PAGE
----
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About this Lesson
 Type: Video Tutorial
 Length: 8:06
 Media: Video/mp4
 Use: Watch Online & Download
 Access Period: Unrestricted
 Download: MP4 (iPod compatible)
 Size: 87 MB
 Posted: 06/26/2009
This lesson is part of the following series:
College Algebra: Full Course (258 lessons, $198.00)
Algebra: Exponential and Logarithmic Functions (36 lessons, $49.50)
College Algebra: Exponential Functions (3 lessons, $4.95)
Taught by Professor Edward Burger, this lesson was selected from a broader, comprehensive course, College Algebra. This course and others are available from Thinkwell, Inc. The full course can be found athttp://www.thinkwell.com/student/product/collegealgebra. The full course covers equations and inequalities, relations and functions, polynomial and rational functions, exponential and logarithmic functions, systems of equations, conic sections and a variety of other AP algebra, advanced algebra and Algebra II topics.
Edward Burger, Professor of Mathematics at Williams College, earned his Ph.D. at the University of Texas at Austin, having graduated summa cum laude with distinction in mathematics from Connecticut College.
He has also taught at UTAustin and the University of Colorado at Boulder, and he served as a fellow at the University of Waterloo in Canada and at Macquarie University in Australia. Prof. Burger has won many awards, including the 2001 Haimo Award for Distinguished Teaching of Mathematics, the 2004 Chauvenet Prize, and the 2006 Lester R. Ford Award, all from the Mathematical Association of America. In 2006, Reader's Digest named him in the "100 Best of America".
Prof. Burger is the author of over 50 articles, videos, and books, including the trade book, Coincidences, Chaos, and All That Math Jazz: Making Light of Weighty Ideas and of the textbook The Heart of Mathematics: An Invitation to Effective Thinking. He also speaks frequently to professional and public audiences, referees professional journals, and publishes articles in leading math journals, including The Journal of Number Theory and American Mathematical Monthly. His areas of specialty include number theory, Diophantine approximation, padic analysis, the geometry of numbers, and the theory of continued fractions.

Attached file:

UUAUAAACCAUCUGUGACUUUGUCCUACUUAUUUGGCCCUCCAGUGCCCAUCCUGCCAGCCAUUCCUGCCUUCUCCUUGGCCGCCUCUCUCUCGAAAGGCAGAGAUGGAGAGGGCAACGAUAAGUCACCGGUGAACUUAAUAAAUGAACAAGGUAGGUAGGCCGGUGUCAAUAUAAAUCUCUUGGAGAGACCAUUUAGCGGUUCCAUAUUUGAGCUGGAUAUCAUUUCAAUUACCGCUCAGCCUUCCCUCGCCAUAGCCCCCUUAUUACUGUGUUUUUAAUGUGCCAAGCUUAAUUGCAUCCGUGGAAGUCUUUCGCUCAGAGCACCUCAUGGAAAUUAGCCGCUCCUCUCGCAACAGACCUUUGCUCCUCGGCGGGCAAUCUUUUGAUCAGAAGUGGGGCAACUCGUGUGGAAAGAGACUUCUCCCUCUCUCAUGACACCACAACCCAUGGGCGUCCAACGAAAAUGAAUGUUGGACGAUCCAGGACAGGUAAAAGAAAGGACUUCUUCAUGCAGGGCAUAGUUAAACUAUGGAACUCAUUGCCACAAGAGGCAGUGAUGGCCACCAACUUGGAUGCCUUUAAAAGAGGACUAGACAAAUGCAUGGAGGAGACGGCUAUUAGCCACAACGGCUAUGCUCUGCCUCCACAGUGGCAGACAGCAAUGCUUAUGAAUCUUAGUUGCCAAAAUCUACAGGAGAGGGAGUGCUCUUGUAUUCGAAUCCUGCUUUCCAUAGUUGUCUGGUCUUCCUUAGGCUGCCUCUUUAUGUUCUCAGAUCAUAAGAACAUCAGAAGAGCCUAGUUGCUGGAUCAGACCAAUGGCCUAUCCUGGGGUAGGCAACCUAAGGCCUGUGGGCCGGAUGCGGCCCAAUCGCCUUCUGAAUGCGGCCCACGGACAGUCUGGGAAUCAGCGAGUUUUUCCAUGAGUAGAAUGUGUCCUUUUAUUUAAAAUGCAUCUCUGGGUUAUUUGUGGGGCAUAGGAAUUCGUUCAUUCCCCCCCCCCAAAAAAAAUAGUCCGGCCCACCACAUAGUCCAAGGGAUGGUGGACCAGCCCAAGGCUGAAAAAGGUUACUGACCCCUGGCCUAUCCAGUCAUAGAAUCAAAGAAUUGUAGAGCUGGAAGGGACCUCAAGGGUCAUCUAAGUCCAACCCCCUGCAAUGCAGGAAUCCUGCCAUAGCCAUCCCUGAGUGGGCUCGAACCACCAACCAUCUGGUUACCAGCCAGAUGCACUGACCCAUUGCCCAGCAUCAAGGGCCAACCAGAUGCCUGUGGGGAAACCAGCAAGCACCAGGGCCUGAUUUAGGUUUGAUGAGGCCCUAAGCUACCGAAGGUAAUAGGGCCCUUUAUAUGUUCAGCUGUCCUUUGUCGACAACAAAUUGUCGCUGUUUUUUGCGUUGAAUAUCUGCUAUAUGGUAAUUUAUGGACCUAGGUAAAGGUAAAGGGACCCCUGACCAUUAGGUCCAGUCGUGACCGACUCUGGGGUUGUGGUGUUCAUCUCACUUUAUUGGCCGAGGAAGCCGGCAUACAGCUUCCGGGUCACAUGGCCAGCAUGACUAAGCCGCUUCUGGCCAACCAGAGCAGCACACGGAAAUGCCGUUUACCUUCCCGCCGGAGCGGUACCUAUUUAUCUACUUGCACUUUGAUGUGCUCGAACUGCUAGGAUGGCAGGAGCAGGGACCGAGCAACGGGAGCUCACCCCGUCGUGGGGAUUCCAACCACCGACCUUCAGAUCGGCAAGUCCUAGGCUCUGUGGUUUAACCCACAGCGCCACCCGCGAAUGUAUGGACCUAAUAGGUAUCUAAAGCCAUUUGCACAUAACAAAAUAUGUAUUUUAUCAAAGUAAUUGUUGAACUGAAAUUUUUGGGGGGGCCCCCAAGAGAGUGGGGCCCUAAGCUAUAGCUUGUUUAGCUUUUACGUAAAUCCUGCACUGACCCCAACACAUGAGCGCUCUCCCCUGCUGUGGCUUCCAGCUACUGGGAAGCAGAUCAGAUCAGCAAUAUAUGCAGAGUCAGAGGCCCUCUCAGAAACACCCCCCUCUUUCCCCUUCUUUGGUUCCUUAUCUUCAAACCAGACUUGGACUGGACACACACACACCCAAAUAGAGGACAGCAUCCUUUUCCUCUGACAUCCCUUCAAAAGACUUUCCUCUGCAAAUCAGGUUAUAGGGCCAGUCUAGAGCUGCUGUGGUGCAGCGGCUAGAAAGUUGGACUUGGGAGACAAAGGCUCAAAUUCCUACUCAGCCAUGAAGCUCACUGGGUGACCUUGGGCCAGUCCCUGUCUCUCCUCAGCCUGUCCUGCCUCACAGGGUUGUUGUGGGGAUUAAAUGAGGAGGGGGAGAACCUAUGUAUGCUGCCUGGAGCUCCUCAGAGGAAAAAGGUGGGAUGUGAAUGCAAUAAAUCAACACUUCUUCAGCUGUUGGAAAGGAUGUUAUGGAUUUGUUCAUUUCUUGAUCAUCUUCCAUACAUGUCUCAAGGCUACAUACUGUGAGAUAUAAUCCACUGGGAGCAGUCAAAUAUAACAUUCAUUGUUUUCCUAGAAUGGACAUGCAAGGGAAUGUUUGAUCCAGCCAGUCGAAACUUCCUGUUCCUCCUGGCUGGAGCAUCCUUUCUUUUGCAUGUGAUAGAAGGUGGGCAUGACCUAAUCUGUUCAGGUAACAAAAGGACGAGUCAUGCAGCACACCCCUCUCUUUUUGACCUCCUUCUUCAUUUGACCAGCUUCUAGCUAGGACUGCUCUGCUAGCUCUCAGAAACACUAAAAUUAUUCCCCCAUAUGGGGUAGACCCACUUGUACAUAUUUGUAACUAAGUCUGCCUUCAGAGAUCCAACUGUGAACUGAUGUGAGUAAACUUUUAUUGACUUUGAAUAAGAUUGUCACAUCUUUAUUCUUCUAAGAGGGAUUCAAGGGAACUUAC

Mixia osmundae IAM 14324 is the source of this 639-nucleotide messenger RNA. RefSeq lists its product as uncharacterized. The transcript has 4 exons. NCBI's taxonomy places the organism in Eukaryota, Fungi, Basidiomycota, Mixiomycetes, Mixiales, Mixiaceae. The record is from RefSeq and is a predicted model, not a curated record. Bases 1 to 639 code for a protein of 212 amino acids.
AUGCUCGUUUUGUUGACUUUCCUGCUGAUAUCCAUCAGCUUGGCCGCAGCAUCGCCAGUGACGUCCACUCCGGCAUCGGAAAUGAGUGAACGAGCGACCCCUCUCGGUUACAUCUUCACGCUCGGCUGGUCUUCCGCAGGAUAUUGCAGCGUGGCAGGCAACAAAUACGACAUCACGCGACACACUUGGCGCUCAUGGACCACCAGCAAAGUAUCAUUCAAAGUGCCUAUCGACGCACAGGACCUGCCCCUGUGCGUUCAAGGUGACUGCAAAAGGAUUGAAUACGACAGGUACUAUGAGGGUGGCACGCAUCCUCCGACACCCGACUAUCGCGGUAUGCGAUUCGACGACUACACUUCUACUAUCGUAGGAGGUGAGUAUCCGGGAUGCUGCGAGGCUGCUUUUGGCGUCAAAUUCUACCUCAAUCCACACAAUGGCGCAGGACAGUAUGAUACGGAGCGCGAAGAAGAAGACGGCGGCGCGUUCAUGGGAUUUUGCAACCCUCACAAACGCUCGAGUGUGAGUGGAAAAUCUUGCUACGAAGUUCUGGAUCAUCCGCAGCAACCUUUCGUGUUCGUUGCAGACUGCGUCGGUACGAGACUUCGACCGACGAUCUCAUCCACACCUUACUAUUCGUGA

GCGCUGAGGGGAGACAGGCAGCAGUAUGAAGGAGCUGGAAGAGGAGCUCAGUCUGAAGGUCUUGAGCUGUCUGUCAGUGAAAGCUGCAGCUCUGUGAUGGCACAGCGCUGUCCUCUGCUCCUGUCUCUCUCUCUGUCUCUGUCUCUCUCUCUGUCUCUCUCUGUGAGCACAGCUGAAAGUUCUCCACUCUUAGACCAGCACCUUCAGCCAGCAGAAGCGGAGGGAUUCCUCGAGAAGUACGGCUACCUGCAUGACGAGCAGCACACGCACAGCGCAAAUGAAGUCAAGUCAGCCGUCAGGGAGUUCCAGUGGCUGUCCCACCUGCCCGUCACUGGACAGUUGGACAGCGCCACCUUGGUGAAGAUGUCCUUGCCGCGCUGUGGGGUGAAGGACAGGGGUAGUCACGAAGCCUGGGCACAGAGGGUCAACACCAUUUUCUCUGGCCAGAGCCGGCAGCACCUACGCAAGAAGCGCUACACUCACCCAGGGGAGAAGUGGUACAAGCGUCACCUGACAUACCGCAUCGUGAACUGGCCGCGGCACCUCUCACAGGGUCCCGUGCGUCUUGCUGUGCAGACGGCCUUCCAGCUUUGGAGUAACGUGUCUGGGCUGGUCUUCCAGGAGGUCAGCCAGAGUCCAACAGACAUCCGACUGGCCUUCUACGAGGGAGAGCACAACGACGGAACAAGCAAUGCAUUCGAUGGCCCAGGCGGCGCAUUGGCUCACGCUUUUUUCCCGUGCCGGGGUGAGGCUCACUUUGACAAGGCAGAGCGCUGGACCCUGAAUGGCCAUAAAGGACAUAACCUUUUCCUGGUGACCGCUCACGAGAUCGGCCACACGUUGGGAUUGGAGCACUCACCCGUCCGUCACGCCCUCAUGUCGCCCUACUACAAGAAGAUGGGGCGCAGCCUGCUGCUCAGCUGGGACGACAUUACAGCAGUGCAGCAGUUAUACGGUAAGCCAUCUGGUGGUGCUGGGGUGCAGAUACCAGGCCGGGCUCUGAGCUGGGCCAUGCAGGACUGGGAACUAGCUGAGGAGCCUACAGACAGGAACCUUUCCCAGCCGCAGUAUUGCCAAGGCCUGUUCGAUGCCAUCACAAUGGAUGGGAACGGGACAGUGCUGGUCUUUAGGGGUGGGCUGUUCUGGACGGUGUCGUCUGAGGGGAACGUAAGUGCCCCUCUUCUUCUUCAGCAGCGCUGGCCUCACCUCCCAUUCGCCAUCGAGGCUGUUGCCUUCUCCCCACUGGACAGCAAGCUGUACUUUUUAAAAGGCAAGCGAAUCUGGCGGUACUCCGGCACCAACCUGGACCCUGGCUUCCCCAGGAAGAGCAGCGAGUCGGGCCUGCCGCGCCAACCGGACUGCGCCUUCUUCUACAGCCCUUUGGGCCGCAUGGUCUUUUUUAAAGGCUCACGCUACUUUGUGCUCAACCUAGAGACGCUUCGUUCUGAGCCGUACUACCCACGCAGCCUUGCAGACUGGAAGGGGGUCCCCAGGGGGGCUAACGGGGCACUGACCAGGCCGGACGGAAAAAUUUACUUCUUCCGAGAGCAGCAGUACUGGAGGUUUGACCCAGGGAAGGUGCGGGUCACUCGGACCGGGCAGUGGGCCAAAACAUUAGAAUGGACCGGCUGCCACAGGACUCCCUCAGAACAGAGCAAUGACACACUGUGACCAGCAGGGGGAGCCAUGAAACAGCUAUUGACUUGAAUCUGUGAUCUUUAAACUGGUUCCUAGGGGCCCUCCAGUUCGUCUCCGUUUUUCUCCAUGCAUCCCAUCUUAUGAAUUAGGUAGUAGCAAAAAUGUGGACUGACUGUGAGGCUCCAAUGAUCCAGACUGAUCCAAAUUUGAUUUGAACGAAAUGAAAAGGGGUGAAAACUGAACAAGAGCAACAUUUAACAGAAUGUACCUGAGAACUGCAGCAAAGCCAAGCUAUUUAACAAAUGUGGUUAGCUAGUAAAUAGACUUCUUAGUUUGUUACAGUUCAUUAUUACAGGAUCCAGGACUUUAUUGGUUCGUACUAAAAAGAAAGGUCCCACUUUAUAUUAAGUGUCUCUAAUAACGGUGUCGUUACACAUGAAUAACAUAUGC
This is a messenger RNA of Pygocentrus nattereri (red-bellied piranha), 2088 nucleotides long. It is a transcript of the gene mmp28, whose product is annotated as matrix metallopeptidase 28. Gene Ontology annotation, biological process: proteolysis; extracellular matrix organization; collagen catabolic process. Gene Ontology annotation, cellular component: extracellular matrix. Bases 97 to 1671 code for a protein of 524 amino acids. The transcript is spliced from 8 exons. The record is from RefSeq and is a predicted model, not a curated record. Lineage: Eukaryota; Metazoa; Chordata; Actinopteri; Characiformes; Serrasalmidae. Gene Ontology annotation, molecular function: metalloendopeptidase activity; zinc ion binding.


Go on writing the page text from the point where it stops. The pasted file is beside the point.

Prof. Burger's unique sense of humor and his teaching expertise combine to make him the ideal presenter of Thinkwell's entertaining and informative video lectures.
About this Author
 Thinkwell
 2174 lessons
 Joined:
11/13/2008
Founded in 1997, Thinkwell has succeeded in creating "nextgeneration" textbooks that help students learn and teachers teach. Capitalizing on the power of new technology, Thinkwell products prepare students more effectively for their coursework than any printed textbook can. Thinkwell has assembled a group of talented industry professionals who have shaped the company into the leading provider of technologybased textbooks. For more information about Thinkwell, please visit www.thinkwell.com or visit Thinkwell's Video Lesson Store at http://thinkwell.mindbites.com/.
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So now I want to start talking about objects that are referred to as exponential functions. And this is basically where we're going to sort of reverse the roles of how the polynomial equations look. Remember, polynomial equations have the basic forms like x to some power, like x³. What I now want to do is reverse the roles of the bottom guy and the exponent, and now I want to look at something like 3^x. So what I want to take a look at now are things that are known as exponential functions. What is an exponential function? Well, remember a polynomial has the basic shape x³. What I now want to take a look at is something that looks like this, 3^x. This is an exponential function. It's called an exponential function because the unknown is now the exponent. Remember what this means. This means take some unknown quantity and multiply it by itself three times. This is saying take 3 and multiply it by itself some unknown number of times, so there's a big difference between x³ and 3^x. For example, let's just suppose I put in 2. If I put in 2 in here, what do I see? I see 2³. 2³ is 8. But what about if I put a 2 in here? Then I see 3², which is 9. Even with a small number you can see this number seems to be bigger than this, and that trend continues. If you put in like a 5 in here, for example, 5³ is something pretty modest, but 3^5, whew, humongous. In fact, these functions grow quite rapidly.
So let me just say a word about the following question. If you could plug anything in here for xif I put in a 5 in here I know how to compute that. I just take 3 times 3 times 3 times 3 and do that 5 times. In fact, if you really sort of remember some basics, you could even figure out what it means to put a negative number there, like what's 3^2. Well, the negative exponent just means I take a flip, so I look at , so that equal s . So, in fact, even negative numbers are okay there.